Lubricant Can Be Your Enemy

The beauty of LEDs is that they are solid-state devices that offer high shock and vibration resistance. The LED mat is the ideal safety item for station remote vehicles, vans and trucks. Use an LED mat to drive traffic into a remote site.
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I’m always amazed at the new uses for LEDs, and not just in switches or replacing flashlight bulbs.

(click thumbnail)Fig. 1: The Flashing LED Chevron Arrow Mat, powered by AA cells. Use it to provide direction to a station event or as a traffic director or roadside-emergency diverter.LEDtronics announced the release of its new Flashing LED Chevron Arrow Mat. This convenient, portable, lightweight LED Arrow Mat has three safety Light Modes of operation. Users can select from a Sequential LED Arrow Flash Mode; All-LED Arrows Flashing in Unison Mode; and All LED Arrows Always “On” Mode.

The beauty of LEDs is that they are solid-state devices that offer high shock and vibration resistance. The LED mat is the ideal safety item for station remote vehicles, vans and trucks. Use an LED mat to drive traffic into a remote site.

The Chevron Arrow Mat is energy-efficient, too, and operates with three replaceable AA cell batteries for nearly 72 hours in the arrows-sequentially-flashing mode, 48 hours with all arrows flashing in unison, and up to six hours in the arrows-always-on mode (batteries are not included).

LEDtronics thought of everything. The LED Arrow Mat has eight magnetic pads that allow attachment to ferric-metallic surfaces — like the side of your remote van. But they also included eight 1/2-inch eyelets for fasteners or cable connections. In addition to using the mat to provide direction to a station event location, it can be used as a traffic director or even a roadside-emergency traffic diverter.

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Frank McCoy, a long-time friend of this column and RW, is vice president of American Media Services, a firm that upgrades radio stations.

Frank comments on the schematic in the Oct. 24 Workbench.

(click thumbnail)Fig. 2: Inspect this contactor to find out what’s causing sluggish behaviour.Unless the outputs of the audio processor (shown as a 464A Co-Operator processor in the drawing) are properly terminated, there will be significant degradation of stereo separation.

These days, with active balanced in and out the order of the day, devices downstream of the processor (and connected to the same terminals as the device depicted in the schematic) might have an input Z (impedance) of nominally 100K ohms — what we used to call “bridging.”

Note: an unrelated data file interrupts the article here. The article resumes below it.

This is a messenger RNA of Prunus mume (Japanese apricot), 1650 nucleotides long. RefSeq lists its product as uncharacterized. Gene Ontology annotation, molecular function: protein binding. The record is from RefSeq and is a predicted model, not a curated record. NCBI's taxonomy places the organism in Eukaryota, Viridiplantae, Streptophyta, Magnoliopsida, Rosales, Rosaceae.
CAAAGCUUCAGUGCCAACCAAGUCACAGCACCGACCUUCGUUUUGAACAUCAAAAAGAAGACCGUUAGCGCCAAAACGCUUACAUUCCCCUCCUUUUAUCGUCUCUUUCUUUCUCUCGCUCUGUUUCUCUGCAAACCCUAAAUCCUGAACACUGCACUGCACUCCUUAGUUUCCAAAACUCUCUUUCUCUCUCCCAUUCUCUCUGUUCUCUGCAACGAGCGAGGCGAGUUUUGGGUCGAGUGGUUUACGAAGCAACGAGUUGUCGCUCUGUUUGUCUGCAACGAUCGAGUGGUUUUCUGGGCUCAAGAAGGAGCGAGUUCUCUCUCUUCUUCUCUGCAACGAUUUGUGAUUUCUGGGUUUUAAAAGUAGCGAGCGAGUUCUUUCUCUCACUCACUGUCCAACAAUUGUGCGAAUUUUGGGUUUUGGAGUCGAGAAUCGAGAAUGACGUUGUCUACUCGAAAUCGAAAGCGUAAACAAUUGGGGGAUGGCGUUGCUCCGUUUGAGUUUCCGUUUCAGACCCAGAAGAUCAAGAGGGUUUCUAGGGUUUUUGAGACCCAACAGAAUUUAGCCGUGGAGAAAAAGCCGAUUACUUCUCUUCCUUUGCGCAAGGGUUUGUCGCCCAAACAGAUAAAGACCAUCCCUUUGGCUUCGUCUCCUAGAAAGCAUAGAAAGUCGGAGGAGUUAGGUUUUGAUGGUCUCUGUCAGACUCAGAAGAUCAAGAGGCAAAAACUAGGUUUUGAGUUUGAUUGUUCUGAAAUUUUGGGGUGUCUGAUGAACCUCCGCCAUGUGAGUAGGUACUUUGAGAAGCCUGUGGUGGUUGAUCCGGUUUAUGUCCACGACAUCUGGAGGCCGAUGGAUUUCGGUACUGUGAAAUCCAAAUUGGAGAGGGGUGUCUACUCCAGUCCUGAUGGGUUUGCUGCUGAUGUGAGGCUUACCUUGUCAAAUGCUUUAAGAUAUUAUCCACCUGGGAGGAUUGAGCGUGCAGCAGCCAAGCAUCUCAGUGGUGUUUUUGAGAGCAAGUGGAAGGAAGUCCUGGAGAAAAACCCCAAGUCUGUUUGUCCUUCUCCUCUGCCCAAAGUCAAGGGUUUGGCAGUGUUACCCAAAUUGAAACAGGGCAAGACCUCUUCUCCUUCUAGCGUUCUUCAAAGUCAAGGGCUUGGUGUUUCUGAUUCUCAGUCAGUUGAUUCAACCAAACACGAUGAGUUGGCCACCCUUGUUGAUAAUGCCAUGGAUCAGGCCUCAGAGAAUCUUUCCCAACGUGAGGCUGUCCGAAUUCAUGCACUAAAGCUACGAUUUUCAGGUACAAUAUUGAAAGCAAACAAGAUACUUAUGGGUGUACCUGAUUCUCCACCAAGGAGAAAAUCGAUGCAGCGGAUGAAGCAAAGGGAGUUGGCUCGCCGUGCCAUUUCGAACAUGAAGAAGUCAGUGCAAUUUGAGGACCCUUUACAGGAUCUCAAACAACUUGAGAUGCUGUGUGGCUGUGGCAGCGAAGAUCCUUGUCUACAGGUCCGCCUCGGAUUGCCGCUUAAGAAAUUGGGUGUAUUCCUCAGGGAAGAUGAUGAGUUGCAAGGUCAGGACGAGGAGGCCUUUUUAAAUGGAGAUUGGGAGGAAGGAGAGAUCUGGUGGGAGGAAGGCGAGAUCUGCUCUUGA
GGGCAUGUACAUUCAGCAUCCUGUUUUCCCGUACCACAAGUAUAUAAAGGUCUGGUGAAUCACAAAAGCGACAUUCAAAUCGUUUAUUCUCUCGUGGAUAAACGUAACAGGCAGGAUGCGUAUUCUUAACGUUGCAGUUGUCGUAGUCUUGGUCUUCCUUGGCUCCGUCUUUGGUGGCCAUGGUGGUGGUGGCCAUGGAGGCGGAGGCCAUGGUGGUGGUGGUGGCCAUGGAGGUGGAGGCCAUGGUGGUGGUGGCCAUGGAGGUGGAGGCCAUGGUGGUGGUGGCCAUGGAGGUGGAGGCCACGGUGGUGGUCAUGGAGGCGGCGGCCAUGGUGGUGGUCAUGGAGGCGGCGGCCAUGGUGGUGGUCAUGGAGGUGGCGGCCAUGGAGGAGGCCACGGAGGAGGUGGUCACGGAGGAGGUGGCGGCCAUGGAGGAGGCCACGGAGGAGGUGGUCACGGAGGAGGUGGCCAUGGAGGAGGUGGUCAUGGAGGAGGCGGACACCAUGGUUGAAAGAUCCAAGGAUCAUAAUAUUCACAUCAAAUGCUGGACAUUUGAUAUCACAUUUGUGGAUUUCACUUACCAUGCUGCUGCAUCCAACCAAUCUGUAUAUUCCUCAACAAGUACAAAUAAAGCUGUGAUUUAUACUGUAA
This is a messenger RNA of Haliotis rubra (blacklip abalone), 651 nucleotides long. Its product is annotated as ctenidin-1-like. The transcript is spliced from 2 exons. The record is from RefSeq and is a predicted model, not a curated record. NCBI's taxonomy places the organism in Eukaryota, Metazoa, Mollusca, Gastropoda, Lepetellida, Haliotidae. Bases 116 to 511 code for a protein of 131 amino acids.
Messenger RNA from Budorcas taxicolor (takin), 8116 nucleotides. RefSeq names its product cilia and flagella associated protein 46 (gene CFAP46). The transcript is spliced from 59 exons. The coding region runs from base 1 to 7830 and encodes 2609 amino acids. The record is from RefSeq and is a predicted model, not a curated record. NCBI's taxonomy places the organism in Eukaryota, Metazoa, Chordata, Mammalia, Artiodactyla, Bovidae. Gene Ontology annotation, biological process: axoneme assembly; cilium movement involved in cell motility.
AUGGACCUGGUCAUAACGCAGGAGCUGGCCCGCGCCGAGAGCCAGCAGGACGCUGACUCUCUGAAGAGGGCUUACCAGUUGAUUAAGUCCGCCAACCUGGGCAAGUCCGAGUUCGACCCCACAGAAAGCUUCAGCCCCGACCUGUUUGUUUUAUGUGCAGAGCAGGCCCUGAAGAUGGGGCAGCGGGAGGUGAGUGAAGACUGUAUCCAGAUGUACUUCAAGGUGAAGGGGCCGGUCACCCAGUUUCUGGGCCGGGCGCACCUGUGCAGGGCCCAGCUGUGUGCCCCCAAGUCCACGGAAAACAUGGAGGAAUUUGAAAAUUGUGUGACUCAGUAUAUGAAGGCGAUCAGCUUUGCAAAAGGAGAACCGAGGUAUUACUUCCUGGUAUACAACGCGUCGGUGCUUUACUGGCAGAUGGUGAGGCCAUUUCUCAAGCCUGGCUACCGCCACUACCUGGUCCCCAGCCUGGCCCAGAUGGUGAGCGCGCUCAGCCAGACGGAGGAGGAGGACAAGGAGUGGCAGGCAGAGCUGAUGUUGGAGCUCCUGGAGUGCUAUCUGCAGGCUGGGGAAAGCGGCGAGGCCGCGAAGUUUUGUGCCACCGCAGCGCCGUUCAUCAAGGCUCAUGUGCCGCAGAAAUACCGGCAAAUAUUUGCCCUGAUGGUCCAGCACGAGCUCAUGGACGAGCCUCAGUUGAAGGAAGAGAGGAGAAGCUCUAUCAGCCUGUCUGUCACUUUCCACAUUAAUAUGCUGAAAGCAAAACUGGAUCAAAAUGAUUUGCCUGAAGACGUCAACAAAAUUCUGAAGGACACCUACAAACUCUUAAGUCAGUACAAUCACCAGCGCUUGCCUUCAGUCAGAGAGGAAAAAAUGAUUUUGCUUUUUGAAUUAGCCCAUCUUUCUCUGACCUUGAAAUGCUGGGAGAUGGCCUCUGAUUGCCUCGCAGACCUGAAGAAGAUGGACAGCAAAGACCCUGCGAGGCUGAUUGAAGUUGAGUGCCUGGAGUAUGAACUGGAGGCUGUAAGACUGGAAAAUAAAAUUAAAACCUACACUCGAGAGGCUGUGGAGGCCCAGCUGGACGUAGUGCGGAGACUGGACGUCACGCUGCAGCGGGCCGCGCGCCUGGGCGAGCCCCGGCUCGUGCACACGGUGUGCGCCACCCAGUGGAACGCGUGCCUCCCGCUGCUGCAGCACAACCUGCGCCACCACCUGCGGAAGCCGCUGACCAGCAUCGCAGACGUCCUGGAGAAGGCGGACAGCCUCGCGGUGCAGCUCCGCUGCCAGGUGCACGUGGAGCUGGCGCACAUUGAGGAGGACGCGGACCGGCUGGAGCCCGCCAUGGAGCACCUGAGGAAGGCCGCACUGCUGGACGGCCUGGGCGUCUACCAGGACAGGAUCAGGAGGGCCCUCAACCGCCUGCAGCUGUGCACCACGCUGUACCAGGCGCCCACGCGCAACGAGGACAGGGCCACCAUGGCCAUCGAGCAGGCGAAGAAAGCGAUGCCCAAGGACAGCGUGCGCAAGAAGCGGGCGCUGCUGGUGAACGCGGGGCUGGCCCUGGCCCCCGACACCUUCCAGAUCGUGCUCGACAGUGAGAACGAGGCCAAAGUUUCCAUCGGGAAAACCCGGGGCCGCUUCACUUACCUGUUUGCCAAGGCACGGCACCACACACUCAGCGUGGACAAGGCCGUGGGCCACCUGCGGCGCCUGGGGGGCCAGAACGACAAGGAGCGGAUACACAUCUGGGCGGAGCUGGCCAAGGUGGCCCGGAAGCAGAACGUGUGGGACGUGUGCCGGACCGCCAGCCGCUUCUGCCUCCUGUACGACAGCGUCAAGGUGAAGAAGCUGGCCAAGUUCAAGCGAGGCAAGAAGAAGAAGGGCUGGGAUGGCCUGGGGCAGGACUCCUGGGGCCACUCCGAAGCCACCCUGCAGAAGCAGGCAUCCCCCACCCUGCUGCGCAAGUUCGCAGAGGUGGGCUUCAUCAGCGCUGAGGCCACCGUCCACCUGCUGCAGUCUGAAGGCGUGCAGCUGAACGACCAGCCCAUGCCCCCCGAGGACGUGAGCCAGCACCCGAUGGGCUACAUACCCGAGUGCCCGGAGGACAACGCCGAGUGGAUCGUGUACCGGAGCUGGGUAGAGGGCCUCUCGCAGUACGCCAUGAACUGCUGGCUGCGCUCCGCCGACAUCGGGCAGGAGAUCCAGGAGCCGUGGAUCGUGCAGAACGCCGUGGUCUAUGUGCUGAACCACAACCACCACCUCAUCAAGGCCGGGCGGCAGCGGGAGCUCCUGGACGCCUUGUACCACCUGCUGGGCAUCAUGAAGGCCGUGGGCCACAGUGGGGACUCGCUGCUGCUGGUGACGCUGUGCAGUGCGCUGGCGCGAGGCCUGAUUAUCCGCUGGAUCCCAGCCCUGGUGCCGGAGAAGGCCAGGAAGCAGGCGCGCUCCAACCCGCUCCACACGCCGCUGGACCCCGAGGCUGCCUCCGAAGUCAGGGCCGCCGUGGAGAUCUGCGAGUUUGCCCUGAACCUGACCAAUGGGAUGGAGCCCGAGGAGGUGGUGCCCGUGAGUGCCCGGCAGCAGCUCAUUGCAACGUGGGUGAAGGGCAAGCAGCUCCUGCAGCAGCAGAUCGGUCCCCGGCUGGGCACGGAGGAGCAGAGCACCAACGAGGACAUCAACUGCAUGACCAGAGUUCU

In that circumstance, the admittance of the 2.2K input resistors is almost three orders of magnitude larger than the input Z of the next downstream device and will be the determinant of the stereo separation, degrading it maybe 30 to 40 dB or more. That 4.4K network of series resistors will look basically like wire.

Instead, put the inverting input of an ordinary op amp at the junction of the two resistors, and choose whatever feedback resistor value you like. To keep the functional characteristics unchanged, it should be 2.2K also.

The result will be to create a Z=0 node at the junction of the 2.2K input resistors and eliminate (to 80 dB or so) any crosstalk between channels.

(click thumbnail)Fig. 3: Dried grease can cause the sluggish operation.In cases where the processor output has an impedance that truly approaches zero, this would be much less of a problem, as we mentioned. But most devices with active balanced outputs don’t run the naked op amp output right to the screw terminal. Instead it goes through a resistor of some modest value. And therein lies the problem.

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Mike Breitenstein of KTRS(AM) in St. Louis sent pictures of his Harris AM RF contactors used in his array.

Instead of a rocker actuator, these contactors use a motor and gear assembly to move the contact arm from one set of contacts to the other.

Mike was experiencing sluggish activation and removed the gear/motor cover. The reason for the sluggish behaviour was that the lubricating grease had dried up, causing the gears to bind. Fig. 3 shows the dried grease Mike found on one of the gear assemblies.

(click thumbnail)Fig. 4: Compare the dried grease, left, and synthetic lubricant on the right.After cleaning the gears, he re-lubricated the assembly with a synthetic grease, which is nearly clear. A “before and after” of the gear assembly is in Fig. 4. The dried grease can be seen on the gear assembly on the left, and the cleaned gears rebuilt and lubricated with synthetic grease on the right.

Since cleaning up the dried grease, Mike reports the contactors switch flawlessly.

If your phasor or ATU uses this type of contactor, Mike advises a periodic check of the gear assembly. The mechanical linkage of the old E.F. Johnson and newer Kintronic contactors should also be a part of your AM maintenance routine.

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